Although just 0.8 inches larger than the original Switch's screen, the new 7-inch OLED display feels so much bigger thanks to the smaller bezel around it. (Photo: Andrew Liszewski - Gizmodo) Although just 0.8 inches larger than the original Switch’s screen, the new 7-inch OLED display feels so much bigger thanks to the smaller bezel around it. (Photo: Andrew Liszewski – Gizmodo)

It doesn’t take long for your brain to adjust to the larger screen size and stop noticing it, but even after a week of playing a library of games that I’ve been enjoying for years, my eyes still marvel at that OLED screen every time I turn the Switch on. By now we all know the benefits of OLED displays — increased colour saturation, brighter whites without any odd colour tints, and outstanding contrast — but seeing it used on a Nintendo portable is just magical. I suspect my eyes and brain have just been trained to not expect much in terms of screen quality from a Nintendo handheld, and now they’re reveling in the upgrade. The bar has been significantly raised.

Colourful games like Super Mario Odyssey really pop on the Switch OLED, and you'll want to play them all the way through again. (Photo: Andrew Liszewski - Gizmodo) Colourful games like Super Mario Odyssey really pop on the Switch OLED, and you’ll want to play them all the way through again. (Photo: Andrew Liszewski – Gizmodo)

Fans of moodier games where baddies are hiding in the shadows will immediately see the benefits of the OLED as darker areas of the screen completely disappear and blend into the black bezel. But it’s the deeper colour saturations that make my eyes feel like it’s Christmas morning every time I turn on the console. Even the shortcut icons on the home screen look richer and more inviting, but colourful games like Super Mario Odyssey seem like an entirely new experience on the Switch OLED. The red of Mario’s jumpsuit feels like it’s burning into my retinas as I play. I not only welcome it, but also feel pity for what my eyes had to endure with the original Switch. (OK, OK, the original Switch wasn’t that bad, but the difference between the old and new is stark.)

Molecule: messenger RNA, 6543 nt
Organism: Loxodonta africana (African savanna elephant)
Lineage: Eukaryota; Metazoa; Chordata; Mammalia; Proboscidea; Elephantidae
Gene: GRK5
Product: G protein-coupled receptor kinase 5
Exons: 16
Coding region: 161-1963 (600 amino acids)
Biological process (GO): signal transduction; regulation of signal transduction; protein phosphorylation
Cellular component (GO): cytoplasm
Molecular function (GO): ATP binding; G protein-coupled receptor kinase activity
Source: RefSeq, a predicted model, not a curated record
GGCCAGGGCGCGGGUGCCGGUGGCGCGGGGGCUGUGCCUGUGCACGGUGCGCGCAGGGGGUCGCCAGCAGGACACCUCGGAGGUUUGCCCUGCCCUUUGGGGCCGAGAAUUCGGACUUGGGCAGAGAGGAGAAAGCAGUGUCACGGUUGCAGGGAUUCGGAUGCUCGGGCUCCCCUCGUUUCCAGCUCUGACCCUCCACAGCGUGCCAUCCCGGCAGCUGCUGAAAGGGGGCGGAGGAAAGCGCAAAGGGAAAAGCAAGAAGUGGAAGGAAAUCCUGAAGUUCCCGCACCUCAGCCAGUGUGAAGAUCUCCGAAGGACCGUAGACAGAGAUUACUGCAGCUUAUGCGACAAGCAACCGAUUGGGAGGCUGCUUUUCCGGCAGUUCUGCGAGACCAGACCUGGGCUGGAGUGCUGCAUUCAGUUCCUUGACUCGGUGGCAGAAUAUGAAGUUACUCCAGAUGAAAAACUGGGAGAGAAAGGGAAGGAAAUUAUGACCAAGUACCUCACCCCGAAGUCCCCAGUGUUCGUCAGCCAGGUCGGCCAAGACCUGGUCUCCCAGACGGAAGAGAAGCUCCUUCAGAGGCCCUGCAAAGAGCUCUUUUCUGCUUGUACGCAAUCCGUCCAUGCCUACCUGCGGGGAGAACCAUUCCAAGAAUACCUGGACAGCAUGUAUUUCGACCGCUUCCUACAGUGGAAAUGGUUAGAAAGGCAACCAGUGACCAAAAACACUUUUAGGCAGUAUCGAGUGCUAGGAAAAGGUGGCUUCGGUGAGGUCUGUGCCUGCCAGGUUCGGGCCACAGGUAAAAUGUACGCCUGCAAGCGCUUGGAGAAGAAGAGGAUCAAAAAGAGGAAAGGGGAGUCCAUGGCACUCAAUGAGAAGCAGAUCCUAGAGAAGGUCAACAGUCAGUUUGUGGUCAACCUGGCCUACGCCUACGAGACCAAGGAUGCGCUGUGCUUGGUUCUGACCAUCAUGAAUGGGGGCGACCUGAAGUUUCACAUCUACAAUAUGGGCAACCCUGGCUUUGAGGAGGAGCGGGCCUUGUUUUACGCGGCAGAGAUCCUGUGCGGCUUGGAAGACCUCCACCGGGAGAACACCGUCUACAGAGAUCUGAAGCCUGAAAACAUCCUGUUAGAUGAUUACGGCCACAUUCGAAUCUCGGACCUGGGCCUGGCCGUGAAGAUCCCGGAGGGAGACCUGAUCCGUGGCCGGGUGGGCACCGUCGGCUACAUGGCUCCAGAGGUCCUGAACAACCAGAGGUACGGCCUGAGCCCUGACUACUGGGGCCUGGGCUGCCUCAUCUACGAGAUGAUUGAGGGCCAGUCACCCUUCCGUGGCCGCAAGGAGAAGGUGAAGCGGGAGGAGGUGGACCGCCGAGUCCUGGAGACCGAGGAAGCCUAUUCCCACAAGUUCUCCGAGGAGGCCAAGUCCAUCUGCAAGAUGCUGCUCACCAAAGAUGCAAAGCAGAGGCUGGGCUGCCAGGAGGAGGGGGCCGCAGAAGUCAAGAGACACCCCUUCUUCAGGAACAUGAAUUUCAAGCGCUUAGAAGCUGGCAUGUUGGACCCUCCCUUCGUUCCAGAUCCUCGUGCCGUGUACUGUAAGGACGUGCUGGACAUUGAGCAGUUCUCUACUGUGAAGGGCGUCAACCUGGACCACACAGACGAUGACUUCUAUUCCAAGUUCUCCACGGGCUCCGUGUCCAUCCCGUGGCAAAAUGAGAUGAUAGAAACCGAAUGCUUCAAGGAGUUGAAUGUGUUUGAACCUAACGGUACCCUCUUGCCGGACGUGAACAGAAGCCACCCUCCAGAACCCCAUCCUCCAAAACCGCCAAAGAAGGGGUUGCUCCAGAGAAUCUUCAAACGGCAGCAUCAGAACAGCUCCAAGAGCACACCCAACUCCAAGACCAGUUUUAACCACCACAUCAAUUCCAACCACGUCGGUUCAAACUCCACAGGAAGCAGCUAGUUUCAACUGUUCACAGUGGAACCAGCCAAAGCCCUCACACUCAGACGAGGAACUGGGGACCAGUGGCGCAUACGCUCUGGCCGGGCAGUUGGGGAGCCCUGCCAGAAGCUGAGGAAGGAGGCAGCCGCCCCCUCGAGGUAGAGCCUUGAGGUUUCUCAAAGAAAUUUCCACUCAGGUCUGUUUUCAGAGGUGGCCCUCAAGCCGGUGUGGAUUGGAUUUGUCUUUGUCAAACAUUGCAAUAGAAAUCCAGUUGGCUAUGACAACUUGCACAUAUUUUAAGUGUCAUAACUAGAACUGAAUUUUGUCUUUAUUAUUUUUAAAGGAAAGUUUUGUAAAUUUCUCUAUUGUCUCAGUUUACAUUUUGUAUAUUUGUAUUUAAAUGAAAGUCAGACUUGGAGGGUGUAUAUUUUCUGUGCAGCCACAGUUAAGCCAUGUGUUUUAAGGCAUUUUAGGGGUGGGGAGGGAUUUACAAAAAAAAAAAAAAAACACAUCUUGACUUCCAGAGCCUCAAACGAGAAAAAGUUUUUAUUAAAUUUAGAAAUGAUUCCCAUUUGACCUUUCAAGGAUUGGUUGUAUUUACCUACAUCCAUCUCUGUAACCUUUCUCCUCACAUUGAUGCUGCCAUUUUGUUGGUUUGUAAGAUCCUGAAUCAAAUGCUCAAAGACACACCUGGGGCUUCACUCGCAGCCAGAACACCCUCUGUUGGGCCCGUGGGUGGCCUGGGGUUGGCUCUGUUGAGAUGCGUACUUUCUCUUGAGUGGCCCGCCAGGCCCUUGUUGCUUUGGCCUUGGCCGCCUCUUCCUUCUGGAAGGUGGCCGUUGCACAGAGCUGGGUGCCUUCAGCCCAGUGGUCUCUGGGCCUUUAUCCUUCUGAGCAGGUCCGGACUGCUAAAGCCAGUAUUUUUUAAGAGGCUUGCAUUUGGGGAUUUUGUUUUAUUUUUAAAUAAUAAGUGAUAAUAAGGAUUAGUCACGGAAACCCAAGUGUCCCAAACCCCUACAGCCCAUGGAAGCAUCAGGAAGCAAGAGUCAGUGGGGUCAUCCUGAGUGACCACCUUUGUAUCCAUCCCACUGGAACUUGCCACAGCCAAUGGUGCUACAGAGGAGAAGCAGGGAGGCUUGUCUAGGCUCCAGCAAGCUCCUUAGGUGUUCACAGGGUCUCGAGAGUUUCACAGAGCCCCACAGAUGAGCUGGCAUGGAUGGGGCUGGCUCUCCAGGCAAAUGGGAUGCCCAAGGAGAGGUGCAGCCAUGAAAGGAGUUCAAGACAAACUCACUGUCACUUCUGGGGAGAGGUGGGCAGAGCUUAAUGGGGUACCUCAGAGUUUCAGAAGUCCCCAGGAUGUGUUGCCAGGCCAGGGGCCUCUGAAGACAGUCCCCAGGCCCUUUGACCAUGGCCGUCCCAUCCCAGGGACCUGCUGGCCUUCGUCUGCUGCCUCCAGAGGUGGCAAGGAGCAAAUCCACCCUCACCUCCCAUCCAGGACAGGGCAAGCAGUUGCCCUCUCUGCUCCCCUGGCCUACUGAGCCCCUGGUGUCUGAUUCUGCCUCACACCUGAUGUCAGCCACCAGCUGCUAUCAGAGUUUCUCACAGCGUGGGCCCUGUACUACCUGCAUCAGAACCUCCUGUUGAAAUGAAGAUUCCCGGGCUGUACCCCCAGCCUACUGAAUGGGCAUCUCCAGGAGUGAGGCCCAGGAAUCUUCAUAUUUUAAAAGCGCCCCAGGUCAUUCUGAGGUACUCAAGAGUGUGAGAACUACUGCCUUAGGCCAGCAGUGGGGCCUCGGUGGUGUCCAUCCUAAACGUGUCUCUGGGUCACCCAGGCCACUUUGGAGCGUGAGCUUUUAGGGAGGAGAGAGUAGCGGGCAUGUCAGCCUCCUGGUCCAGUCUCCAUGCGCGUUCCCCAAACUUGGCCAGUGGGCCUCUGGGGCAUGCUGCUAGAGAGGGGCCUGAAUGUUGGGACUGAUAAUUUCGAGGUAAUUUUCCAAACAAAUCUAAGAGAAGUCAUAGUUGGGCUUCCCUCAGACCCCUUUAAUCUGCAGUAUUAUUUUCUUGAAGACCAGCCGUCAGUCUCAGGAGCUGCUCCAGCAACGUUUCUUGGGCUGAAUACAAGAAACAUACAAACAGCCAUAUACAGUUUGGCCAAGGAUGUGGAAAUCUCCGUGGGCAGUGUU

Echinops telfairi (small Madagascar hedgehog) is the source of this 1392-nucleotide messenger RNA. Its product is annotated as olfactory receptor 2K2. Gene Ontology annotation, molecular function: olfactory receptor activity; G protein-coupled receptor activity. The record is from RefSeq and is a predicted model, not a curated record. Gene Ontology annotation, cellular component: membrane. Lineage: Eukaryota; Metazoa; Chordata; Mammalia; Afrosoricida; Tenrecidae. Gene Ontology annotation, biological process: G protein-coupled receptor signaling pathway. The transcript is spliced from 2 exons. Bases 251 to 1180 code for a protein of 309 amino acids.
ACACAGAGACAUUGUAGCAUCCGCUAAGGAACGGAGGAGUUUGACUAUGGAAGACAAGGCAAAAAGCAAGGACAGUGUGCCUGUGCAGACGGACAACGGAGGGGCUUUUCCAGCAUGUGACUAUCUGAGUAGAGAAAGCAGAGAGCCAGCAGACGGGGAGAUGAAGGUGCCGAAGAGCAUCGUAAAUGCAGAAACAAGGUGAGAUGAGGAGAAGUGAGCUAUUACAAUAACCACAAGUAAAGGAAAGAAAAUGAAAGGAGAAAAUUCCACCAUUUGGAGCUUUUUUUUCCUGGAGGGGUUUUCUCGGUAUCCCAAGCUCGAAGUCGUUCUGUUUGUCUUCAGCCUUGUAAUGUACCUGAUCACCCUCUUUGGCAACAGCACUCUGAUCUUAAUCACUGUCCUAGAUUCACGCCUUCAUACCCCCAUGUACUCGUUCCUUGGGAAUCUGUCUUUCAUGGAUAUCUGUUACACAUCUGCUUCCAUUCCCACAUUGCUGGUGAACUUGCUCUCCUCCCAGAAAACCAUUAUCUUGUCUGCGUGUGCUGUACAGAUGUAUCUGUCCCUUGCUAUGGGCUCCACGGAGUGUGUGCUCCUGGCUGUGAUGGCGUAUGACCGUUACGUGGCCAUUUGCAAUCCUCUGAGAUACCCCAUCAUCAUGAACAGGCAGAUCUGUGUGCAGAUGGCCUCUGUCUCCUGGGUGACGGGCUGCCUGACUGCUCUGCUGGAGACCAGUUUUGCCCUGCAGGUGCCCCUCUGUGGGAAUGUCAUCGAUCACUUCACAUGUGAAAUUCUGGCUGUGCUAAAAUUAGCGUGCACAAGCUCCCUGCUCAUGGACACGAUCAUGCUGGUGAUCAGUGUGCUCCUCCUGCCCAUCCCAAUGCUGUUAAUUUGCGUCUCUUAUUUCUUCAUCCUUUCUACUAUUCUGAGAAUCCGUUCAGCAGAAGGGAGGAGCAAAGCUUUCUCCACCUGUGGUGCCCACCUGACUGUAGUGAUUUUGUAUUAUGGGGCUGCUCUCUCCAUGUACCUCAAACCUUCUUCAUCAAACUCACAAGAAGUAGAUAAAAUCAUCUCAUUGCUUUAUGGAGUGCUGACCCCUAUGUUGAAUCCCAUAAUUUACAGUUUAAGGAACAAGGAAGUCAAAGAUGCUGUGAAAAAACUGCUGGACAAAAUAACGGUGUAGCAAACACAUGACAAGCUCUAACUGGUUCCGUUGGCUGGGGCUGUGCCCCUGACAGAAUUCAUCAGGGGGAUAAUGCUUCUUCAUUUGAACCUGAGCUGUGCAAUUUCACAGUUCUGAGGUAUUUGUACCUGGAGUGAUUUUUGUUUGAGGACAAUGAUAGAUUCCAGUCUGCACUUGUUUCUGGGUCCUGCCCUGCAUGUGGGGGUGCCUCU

Photo: Andrew Liszewski - Gizmodo, In-House Art

Photo: Andrew Liszewski – Gizmodo, In-House Art

The new OLED screen still boasts the same 720p resolution as the Switch’s old LCD display.

Photo: Andrew Liszewski - Gizmodo, In-House Art

Photo: Andrew Liszewski – Gizmodo, In-House Art

If you get too close to the new Switch OLED’s display, you’ll still easily see pixels and jaggies.

What hasn’t changed is that in handheld mode the Nintendo Switch OLED still only offers 720p resolution, which is less than what you’ll get from even smartphone games. Nintendo seemingly didn’t want to tweak the console’s processing power to bring 1080p gameplay to its built-in screen (that’s still only available in docked mode), which would presumably also be a hit on battery life. For that we’ll still need to keep our fingers crossed that the long-rumoured next-gen Switch delivers those graphical improvements.